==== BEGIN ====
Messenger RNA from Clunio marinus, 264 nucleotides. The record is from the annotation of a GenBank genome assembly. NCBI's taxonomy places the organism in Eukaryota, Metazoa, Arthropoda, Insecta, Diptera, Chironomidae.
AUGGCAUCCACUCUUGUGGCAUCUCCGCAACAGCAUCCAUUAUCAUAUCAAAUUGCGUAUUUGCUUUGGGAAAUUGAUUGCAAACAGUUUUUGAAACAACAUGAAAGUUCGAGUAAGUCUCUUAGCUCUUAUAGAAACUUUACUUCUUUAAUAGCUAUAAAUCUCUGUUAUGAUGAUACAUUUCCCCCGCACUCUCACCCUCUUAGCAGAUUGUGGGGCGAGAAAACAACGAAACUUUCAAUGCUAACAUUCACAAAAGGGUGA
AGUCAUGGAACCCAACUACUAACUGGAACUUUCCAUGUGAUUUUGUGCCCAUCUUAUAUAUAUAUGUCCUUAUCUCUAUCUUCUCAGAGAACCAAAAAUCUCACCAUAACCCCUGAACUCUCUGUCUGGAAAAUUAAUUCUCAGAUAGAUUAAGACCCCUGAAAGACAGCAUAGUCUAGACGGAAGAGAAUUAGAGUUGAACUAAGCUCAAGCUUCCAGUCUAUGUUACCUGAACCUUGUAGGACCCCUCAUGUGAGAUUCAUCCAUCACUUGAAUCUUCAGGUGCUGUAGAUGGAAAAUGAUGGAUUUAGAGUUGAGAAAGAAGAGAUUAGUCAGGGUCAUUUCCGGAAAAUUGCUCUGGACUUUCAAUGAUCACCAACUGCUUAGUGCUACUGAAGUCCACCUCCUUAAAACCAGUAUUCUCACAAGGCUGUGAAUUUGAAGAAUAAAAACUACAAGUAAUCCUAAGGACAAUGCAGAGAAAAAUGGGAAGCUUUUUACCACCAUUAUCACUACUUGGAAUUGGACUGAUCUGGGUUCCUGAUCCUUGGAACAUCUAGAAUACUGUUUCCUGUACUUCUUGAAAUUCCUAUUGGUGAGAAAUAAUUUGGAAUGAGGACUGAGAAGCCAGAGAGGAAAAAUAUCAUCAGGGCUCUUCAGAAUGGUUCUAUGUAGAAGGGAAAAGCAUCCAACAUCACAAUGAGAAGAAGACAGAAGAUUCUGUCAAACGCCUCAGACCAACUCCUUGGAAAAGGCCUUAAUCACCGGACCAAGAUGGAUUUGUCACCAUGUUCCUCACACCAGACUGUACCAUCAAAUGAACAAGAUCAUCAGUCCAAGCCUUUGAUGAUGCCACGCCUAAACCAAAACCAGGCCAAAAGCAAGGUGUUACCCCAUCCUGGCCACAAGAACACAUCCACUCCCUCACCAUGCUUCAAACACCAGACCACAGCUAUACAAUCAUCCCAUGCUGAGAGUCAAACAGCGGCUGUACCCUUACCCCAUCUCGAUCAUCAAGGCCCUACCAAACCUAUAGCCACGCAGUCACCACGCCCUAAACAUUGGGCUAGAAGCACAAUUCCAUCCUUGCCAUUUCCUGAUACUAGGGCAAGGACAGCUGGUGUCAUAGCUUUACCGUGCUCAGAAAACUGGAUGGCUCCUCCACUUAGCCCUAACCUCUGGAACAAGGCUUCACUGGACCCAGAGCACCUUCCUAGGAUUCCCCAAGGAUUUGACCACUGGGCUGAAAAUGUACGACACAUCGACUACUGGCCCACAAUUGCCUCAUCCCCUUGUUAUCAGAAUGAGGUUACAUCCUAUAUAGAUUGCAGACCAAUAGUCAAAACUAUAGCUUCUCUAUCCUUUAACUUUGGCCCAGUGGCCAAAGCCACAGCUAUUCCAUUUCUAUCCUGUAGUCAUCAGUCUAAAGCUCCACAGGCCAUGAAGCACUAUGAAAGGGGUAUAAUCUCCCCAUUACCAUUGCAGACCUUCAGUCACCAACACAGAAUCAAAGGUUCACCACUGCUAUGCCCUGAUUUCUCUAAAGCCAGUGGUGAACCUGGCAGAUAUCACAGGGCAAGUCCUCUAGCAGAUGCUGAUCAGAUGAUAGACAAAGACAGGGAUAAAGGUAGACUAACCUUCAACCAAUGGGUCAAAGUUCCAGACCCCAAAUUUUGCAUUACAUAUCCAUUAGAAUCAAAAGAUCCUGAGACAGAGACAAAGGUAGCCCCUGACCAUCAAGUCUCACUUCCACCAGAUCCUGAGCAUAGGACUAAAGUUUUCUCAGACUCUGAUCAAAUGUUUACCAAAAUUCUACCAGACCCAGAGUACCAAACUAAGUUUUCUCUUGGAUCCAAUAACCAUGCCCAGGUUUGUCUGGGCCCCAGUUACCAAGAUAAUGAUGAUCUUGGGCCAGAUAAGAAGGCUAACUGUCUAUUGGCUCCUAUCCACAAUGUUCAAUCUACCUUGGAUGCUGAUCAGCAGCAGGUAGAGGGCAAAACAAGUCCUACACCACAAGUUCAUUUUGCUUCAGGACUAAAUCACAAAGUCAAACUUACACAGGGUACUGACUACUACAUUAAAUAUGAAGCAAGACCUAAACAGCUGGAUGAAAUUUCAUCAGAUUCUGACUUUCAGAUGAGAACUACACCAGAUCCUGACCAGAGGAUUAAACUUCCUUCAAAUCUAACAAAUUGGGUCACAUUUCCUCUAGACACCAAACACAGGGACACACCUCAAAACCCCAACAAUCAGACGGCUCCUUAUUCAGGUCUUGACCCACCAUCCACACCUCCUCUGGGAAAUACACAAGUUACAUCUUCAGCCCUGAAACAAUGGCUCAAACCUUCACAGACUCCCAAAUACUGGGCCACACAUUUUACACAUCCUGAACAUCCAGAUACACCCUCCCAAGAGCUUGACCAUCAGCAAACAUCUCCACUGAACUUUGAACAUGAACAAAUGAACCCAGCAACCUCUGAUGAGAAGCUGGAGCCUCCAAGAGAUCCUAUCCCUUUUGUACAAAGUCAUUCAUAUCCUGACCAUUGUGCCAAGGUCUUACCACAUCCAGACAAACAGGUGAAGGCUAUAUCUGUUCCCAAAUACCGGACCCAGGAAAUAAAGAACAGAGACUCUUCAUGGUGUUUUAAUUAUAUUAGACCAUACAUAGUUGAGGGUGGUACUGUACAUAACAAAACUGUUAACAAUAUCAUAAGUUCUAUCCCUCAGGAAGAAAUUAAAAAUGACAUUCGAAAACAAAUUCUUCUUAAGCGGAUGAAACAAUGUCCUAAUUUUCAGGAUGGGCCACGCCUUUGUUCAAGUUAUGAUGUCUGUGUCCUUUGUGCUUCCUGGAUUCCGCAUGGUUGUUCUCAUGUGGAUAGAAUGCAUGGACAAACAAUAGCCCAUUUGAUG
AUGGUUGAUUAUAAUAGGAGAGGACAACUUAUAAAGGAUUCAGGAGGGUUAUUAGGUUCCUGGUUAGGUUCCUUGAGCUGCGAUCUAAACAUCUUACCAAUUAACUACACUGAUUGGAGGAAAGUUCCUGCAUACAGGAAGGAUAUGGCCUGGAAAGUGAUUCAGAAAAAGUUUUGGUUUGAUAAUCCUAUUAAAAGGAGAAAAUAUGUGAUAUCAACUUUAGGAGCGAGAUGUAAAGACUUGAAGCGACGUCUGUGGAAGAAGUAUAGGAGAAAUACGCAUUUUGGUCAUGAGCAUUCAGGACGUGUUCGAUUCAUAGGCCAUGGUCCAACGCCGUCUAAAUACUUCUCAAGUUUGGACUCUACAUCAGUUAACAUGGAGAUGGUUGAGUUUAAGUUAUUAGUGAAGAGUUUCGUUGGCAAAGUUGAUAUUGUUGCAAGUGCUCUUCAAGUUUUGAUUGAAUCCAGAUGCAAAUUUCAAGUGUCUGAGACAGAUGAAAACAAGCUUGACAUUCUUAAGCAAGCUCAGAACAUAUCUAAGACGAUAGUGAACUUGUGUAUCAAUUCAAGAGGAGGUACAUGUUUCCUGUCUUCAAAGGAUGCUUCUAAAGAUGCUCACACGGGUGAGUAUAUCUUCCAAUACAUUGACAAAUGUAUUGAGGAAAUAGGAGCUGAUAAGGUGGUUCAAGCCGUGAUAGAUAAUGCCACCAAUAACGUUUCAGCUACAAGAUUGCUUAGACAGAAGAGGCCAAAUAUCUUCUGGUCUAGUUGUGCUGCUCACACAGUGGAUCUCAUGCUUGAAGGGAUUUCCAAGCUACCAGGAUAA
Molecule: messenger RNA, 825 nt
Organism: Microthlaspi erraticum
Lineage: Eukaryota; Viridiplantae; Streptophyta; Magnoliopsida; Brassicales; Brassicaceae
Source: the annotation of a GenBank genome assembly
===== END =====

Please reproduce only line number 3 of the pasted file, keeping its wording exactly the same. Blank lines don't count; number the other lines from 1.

AGUCAUGGAACCCAACUACUAACUGGAACUUUCCAUGUGAUUUUGUGCCCAUCUUAUAUAUAUAUGUCCUUAUCUCUAUCUUCUCAGAGAACCAAAAAUCUCACCAUAACCCCUGAACUCUCUGUCUGGAAAAUUAAUUCUCAGAUAGAUUAAGACCCCUGAAAGACAGCAUAGUCUAGACGGAAGAGAAUUAGAGUUGAACUAAGCUCAAGCUUCCAGUCUAUGUUACCUGAACCUUGUAGGACCCCUCAUGUGAGAUUCAUCCAUCACUUGAAUCUUCAGGUGCUGUAGAUGGAAAAUGAUGGAUUUAGAGUUGAGAAAGAAGAGAUUAGUCAGGGUCAUUUCCGGAAAAUUGCUCUGGACUUUCAAUGAUCACCAACUGCUUAGUGCUACUGAAGUCCACCUCCUUAAAACCAGUAUUCUCACAAGGCUGUGAAUUUGAAGAAUAAAAACUACAAGUAAUCCUAAGGACAAUGCAGAGAAAAAUGGGAAGCUUUUUACCACCAUUAUCACUACUUGGAAUUGGACUGAUCUGGGUUCCUGAUCCUUGGAACAUCUAGAAUACUGUUUCCUGUACUUCUUGAAAUUCCUAUUGGUGAGAAAUAAUUUGGAAUGAGGACUGAGAAGCCAGAGAGGAAAAAUAUCAUCAGGGCUCUUCAGAAUGGUUCUAUGUAGAAGGGAAAAGCAUCCAACAUCACAAUGAGAAGAAGACAGAAGAUUCUGUCAAACGCCUCAGACCAACUCCUUGGAAAAGGCCUUAAUCACCGGACCAAGAUGGAUUUGUCACCAUGUUCCUCACACCAGACUGUACCAUCAAAUGAACAAGAUCAUCAGUCCAAGCCUUUGAUGAUGCCACGCCUAAACCAAAACCAGGCCAAAAGCAAGGUGUUACCCCAUCCUGGCCACAAGAACACAUCCACUCCCUCACCAUGCUUCAAACACCAGACCACAGCUAUACAAUCAUCCCAUGCUGAGAGUCAAACAGCGGCUGUACCCUUACCCCAUCUCGAUCAUCAAGGCCCUACCAAACCUAUAGCCACGCAGUCACCACGCCCUAAACAUUGGGCUAGAAGCACAAUUCCAUCCUUGCCAUUUCCUGAUACUAGGGCAAGGACAGCUGGUGUCAUAGCUUUACCGUGCUCAGAAAACUGGAUGGCUCCUCCACUUAGCCCUAACCUCUGGAACAAGGCUUCACUGGACCCAGAGCACCUUCCUAGGAUUCCCCAAGGAUUUGACCACUGGGCUGAAAAUGUACGACACAUCGACUACUGGCCCACAAUUGCCUCAUCCCCUUGUUAUCAGAAUGAGGUUACAUCCUAUAUAGAUUGCAGACCAAUAGUCAAAACUAUAGCUUCUCUAUCCUUUAACUUUGGCCCAGUGGCCAAAGCCACAGCUAUUCCAUUUCUAUCCUGUAGUCAUCAGUCUAAAGCUCCACAGGCCAUGAAGCACUAUGAAAGGGGUAUAAUCUCCCCAUUACCAUUGCAGACCUUCAGUCACCAACACAGAAUCAAAGGUUCACCACUGCUAUGCCCUGAUUUCUCUAAAGCCAGUGGUGAACCUGGCAGAUAUCACAGGGCAAGUCCUCUAGCAGAUGCUGAUCAGAUGAUAGACAAAGACAGGGAUAAAGGUAGACUAACCUUCAACCAAUGGGUCAAAGUUCCAGACCCCAAAUUUUGCAUUACAUAUCCAUUAGAAUCAAAAGAUCCUGAGACAGAGACAAAGGUAGCCCCUGACCAUCAAGUCUCACUUCCACCAGAUCCUGAGCAUAGGACUAAAGUUUUCUCAGACUCUGAUCAAAUGUUUACCAAAAUUCUACCAGACCCAGAGUACCAAACUAAGUUUUCUCUUGGAUCCAAUAACCAUGCCCAGGUUUGUCUGGGCCCCAGUUACCAAGAUAAUGAUGAUCUUGGGCCAGAUAAGAAGGCUAACUGUCUAUUGGCUCCUAUCCACAAUGUUCAAUCUACCUUGGAUGCUGAUCAGCAGCAGGUAGAGGGCAAAACAAGUCCUACACCACAAGUUCAUUUUGCUUCAGGACUAAAUCACAAAGUCAAACUUACACAGGGUACUGACUACUACAUUAAAUAUGAAGCAAGACCUAAACAGCUGGAUGAAAUUUCAUCAGAUUCUGACUUUCAGAUGAGAACUACACCAGAUCCUGACCAGAGGAUUAAACUUCCUUCAAAUCUAACAAAUUGGGUCACAUUUCCUCUAGACACCAAACACAGGGACACACCUCAAAACCCCAACAAUCAGACGGCUCCUUAUUCAGGUCUUGACCCACCAUCCACACCUCCUCUGGGAAAUACACAAGUUACAUCUUCAGCCCUGAAACAAUGGCUCAAACCUUCACAGACUCCCAAAUACUGGGCCACACAUUUUACACAUCCUGAACAUCCAGAUACACCCUCCCAAGAGCUUGACCAUCAGCAAACAUCUCCACUGAACUUUGAACAUGAACAAAUGAACCCAGCAACCUCUGAUGAGAAGCUGGAGCCUCCAAGAGAUCCUAUCCCUUUUGUACAAAGUCAUUCAUAUCCUGACCAUUGUGCCAAGGUCUUACCACAUCCAGACAAACAGGUGAAGGCUAUAUCUGUUCCCAAAUACCGGACCCAGGAAAUAAAGAACAGAGACUCUUCAUGGUGUUUUAAUUAUAUUAGACCAUACAUAGUUGAGGGUGGUACUGUACAUAACAAAACUGUUAACAAUAUCAUAAGUUCUAUCCCUCAGGAAGAAAUUAAAAAUGACAUUCGAAAACAAAUUCUUCUUAAGCGGAUGAAACAAUGUCCUAAUUUUCAGGAUGGGCCACGCCUUUGUUCAAGUUAUGAUGUCUGUGUCCUUUGUGCUUCCUGGAUUCCGCAUGGUUGUUCUCAUGUGGAUAGAAUGCAUGGACAAACAAUAGCCCAUUUGAUG